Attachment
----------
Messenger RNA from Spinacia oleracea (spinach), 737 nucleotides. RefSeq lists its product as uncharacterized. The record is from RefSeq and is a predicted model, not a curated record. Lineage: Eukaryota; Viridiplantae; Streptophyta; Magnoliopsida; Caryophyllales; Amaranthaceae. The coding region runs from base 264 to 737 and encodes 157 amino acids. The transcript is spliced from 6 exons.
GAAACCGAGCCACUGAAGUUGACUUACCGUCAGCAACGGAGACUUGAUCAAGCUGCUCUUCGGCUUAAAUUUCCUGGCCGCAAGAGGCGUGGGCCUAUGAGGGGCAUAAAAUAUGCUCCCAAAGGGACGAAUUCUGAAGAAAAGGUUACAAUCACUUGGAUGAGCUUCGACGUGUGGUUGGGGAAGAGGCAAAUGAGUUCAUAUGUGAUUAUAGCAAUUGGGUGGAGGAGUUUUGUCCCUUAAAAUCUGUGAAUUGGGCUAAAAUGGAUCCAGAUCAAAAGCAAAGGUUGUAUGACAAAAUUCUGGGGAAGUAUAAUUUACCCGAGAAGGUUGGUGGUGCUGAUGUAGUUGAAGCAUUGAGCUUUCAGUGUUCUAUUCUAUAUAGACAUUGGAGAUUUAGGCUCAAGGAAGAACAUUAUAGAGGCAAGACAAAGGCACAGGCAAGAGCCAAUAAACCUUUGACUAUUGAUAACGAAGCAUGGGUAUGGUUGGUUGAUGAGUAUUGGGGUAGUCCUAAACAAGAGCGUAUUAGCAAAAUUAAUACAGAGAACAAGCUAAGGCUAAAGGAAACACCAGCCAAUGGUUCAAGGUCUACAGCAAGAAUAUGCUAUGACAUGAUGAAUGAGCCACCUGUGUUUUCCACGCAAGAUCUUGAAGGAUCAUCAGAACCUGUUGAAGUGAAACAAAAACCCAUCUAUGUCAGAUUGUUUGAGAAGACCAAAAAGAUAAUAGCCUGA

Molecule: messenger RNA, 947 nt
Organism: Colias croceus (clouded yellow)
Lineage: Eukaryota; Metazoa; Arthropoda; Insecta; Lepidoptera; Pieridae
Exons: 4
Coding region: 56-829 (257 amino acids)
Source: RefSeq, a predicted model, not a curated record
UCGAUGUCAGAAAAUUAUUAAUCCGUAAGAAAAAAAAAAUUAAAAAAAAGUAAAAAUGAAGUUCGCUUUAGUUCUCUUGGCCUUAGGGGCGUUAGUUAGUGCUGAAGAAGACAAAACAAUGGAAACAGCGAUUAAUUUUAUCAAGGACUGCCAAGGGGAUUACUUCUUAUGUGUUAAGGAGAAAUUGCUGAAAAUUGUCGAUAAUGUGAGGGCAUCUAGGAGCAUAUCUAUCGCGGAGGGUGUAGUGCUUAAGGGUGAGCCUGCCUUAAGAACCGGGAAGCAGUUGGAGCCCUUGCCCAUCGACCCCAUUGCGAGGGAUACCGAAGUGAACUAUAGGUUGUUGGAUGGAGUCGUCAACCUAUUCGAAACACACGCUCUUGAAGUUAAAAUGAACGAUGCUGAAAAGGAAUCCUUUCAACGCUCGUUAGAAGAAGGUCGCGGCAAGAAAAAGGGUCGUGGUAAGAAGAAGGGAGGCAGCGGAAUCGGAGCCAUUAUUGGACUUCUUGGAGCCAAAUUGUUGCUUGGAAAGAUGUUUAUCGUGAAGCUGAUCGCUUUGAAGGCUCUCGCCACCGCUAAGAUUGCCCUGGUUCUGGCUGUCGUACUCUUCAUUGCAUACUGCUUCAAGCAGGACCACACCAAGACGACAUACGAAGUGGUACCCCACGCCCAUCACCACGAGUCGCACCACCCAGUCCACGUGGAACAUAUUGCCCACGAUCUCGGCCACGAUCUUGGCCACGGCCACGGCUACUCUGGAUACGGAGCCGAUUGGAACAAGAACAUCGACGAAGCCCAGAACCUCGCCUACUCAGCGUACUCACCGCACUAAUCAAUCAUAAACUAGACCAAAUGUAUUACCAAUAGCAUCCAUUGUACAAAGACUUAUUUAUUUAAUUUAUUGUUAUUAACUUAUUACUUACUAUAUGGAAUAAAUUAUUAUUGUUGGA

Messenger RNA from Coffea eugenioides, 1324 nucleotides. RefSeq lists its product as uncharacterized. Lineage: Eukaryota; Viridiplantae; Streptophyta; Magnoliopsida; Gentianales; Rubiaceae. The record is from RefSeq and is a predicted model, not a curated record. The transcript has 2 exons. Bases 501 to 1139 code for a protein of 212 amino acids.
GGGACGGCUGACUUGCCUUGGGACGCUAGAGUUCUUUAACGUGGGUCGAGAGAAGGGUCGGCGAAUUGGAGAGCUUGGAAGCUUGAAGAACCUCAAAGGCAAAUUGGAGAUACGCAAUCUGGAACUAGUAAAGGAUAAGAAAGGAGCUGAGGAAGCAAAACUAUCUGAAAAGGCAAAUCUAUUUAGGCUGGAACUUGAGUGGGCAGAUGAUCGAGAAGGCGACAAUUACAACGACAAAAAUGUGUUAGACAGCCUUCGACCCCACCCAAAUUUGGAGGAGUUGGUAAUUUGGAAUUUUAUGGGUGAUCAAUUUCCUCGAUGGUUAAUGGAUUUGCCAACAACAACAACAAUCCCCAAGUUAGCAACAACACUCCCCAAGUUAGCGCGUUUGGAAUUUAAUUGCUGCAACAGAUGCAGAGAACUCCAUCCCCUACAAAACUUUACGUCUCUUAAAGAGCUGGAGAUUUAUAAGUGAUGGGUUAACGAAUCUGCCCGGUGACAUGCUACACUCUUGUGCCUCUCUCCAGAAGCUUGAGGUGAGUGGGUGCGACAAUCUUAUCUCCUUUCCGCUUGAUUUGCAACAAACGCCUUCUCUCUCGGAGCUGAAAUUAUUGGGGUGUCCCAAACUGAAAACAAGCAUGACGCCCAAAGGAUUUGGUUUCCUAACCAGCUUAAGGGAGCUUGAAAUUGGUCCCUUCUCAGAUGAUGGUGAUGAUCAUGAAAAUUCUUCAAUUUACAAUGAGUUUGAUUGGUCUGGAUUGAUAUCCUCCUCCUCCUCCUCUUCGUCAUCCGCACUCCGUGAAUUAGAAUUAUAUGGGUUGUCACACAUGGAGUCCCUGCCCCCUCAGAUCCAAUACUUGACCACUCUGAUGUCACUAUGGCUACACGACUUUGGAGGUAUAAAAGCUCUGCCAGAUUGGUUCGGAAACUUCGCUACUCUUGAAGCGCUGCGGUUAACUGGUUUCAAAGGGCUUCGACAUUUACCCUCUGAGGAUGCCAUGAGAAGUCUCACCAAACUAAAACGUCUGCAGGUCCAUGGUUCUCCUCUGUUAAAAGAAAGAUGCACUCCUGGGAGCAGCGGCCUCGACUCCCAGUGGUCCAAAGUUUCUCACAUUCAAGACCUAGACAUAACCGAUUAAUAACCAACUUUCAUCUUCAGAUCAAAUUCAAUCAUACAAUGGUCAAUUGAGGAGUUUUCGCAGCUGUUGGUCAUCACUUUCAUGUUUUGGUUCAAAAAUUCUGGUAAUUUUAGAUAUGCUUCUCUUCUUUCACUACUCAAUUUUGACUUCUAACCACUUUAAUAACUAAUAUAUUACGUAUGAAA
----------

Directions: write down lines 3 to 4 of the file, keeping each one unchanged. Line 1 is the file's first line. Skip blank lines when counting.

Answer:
Molecule: messenger RNA, 947 nt
Organism: Colias croceus (clouded yellow)